A bill introduced this week would allow the Department of Health and Human Services to issue more waivers to allow state child welfare systems to test innovative strategies.
The bill – introduced by Sens. Max Baucus (D-Montana), Orrin Hatch (R-Utah) and Mike Enzi (R-Wyo.) – would permit HHS to grant three-year waivers to systems that want to use federal foster care funds in ways that the current entitlement of Title IV-E does not permit.
In order to receive a waiver, a state would have to agree to keep state spending on child welfare at the same level as in the years preceding the waiver. The state also would have to offer already , or promise to offer, six different services out of a long list specified in the bill. The list includes development of a plan to ensure mental health care for children in foster care, a protocol for promoting educational stability, and procedures for protecting foster care children from inappropriate use of psychotropic medications.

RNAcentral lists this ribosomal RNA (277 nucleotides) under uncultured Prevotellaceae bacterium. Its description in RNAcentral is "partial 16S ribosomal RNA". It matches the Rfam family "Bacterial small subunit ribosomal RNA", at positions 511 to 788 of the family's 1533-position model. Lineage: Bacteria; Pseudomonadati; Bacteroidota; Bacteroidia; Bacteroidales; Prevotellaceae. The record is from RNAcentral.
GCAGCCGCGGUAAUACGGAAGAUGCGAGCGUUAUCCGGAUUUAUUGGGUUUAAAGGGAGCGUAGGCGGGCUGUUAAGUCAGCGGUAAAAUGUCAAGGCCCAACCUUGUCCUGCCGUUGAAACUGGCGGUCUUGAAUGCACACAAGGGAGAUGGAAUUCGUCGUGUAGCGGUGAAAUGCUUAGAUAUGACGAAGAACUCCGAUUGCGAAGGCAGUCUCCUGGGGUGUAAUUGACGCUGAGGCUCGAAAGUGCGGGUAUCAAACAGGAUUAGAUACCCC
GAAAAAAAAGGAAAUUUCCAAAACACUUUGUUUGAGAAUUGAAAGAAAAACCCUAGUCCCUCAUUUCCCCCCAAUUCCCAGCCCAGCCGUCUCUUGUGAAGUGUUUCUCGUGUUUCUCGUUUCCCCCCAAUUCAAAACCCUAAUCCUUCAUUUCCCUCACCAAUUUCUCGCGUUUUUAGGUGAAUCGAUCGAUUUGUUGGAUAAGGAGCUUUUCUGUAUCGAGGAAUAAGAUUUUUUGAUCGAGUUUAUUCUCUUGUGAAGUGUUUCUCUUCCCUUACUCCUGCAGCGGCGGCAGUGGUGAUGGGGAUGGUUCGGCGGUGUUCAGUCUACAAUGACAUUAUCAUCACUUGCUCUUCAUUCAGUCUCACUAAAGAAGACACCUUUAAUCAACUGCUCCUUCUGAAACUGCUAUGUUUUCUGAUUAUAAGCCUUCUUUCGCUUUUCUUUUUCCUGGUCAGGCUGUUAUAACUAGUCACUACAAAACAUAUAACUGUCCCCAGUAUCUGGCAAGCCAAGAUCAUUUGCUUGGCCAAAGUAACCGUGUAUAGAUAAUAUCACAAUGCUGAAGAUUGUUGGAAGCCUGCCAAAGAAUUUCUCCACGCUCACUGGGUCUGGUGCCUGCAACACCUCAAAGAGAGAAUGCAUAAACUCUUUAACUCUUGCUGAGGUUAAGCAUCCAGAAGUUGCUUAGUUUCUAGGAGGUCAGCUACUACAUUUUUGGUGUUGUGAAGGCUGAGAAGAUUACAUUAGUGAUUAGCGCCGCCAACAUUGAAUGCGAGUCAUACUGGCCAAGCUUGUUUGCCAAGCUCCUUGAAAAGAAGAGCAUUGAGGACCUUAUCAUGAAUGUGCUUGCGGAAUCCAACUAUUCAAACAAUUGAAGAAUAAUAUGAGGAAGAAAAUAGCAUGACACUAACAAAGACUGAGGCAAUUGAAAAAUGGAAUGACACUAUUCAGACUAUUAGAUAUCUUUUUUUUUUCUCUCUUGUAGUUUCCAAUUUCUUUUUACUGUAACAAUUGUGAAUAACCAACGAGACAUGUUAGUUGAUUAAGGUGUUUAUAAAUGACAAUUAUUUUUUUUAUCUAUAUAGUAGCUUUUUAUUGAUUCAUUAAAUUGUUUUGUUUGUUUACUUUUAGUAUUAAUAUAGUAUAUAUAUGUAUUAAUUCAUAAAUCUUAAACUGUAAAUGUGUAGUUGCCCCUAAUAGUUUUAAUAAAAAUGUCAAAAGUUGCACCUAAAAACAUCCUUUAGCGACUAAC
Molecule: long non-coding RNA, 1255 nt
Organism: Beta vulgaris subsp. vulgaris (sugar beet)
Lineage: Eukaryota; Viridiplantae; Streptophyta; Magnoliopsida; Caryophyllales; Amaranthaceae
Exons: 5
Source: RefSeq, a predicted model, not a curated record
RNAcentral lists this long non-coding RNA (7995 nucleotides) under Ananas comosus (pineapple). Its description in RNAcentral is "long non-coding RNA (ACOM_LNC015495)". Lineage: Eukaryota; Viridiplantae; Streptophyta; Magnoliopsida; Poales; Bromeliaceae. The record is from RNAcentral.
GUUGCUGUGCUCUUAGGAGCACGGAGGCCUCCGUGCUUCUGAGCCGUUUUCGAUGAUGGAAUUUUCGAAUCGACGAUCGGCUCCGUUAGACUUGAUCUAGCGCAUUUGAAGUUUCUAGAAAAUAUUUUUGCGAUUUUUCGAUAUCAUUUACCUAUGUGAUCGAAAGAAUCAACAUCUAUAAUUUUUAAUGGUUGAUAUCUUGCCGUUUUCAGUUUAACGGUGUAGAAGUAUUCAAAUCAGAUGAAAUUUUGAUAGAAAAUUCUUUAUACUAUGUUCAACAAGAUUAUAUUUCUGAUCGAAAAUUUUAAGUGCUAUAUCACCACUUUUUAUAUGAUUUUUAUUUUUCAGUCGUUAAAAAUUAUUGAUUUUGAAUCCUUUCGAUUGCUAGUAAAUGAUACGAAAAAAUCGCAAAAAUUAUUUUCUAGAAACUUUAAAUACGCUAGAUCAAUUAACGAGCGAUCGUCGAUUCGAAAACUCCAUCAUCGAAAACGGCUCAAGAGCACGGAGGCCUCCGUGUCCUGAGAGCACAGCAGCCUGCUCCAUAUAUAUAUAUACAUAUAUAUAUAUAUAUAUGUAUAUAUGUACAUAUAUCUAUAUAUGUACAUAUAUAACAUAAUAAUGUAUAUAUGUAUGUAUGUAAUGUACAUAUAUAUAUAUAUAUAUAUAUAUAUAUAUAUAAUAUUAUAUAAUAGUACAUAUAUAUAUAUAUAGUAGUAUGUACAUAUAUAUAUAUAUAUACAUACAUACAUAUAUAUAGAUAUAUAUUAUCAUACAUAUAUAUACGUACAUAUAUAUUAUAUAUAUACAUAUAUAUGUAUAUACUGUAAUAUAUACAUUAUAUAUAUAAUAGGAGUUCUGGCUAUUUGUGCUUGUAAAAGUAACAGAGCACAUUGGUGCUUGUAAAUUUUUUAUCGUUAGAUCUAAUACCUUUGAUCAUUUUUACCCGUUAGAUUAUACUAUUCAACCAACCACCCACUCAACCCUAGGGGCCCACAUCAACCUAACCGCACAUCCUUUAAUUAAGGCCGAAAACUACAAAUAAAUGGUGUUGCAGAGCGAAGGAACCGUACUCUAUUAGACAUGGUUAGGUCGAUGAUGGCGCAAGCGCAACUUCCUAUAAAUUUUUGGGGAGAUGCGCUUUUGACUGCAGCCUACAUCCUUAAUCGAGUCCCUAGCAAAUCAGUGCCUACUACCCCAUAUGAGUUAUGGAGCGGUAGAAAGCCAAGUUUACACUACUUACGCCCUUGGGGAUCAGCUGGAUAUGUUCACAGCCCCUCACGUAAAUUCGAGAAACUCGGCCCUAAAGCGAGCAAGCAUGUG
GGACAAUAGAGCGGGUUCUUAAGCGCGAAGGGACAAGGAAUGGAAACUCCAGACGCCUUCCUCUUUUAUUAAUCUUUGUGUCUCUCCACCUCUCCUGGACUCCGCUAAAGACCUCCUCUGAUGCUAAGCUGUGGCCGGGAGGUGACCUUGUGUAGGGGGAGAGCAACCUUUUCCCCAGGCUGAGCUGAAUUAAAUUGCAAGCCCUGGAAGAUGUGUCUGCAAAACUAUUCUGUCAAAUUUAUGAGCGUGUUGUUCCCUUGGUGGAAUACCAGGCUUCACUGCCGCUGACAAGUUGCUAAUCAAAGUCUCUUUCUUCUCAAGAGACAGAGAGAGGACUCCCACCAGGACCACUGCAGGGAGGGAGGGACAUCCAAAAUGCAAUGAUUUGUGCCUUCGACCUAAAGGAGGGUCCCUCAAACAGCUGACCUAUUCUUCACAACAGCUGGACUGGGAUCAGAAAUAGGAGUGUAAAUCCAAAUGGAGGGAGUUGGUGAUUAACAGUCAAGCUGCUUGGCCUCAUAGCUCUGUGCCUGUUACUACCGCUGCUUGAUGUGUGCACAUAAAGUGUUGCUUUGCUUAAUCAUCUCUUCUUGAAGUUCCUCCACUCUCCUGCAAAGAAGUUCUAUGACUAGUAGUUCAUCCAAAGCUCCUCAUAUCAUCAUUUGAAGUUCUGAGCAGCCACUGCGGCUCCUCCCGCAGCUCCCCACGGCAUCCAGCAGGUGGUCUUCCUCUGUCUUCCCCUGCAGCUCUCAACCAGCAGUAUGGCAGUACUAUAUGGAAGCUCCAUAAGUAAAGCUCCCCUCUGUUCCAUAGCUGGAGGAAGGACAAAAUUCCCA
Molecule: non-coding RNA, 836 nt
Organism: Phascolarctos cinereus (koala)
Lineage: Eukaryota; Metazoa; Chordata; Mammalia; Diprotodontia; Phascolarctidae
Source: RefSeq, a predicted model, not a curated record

A state system would be able to renew the waiver once, extending the period to six years.
Baucus, who chairs the Senate Finance Committee, held a hearing in March about the existing waivers with HHS, and witnesses reported that in general they had helped state and county systems reduce their reliance on foster care.
“The majority of federal funds for child welfare are directed at the least desirable outcome: removing a child or children from the home and placing that child in foster care,” said Sen. Orrin Hatch (R-Utah) in his statement at the hearing.
A hearing of the House Ways and Means Subcommittee on Income Security and Family Support, held in July 2010, produced similar support from witnesses. One of them was former Florida child welfare director George Sheldon, who will soon oversee the Administration for Children and Families, the HHS agency that provides federal funds to states for child welfare services.
Florida received permission in September 2010 to continue its waiver with HHS, the only one of seven active waivers to cover an entire state system.
Click here to read the new legislation.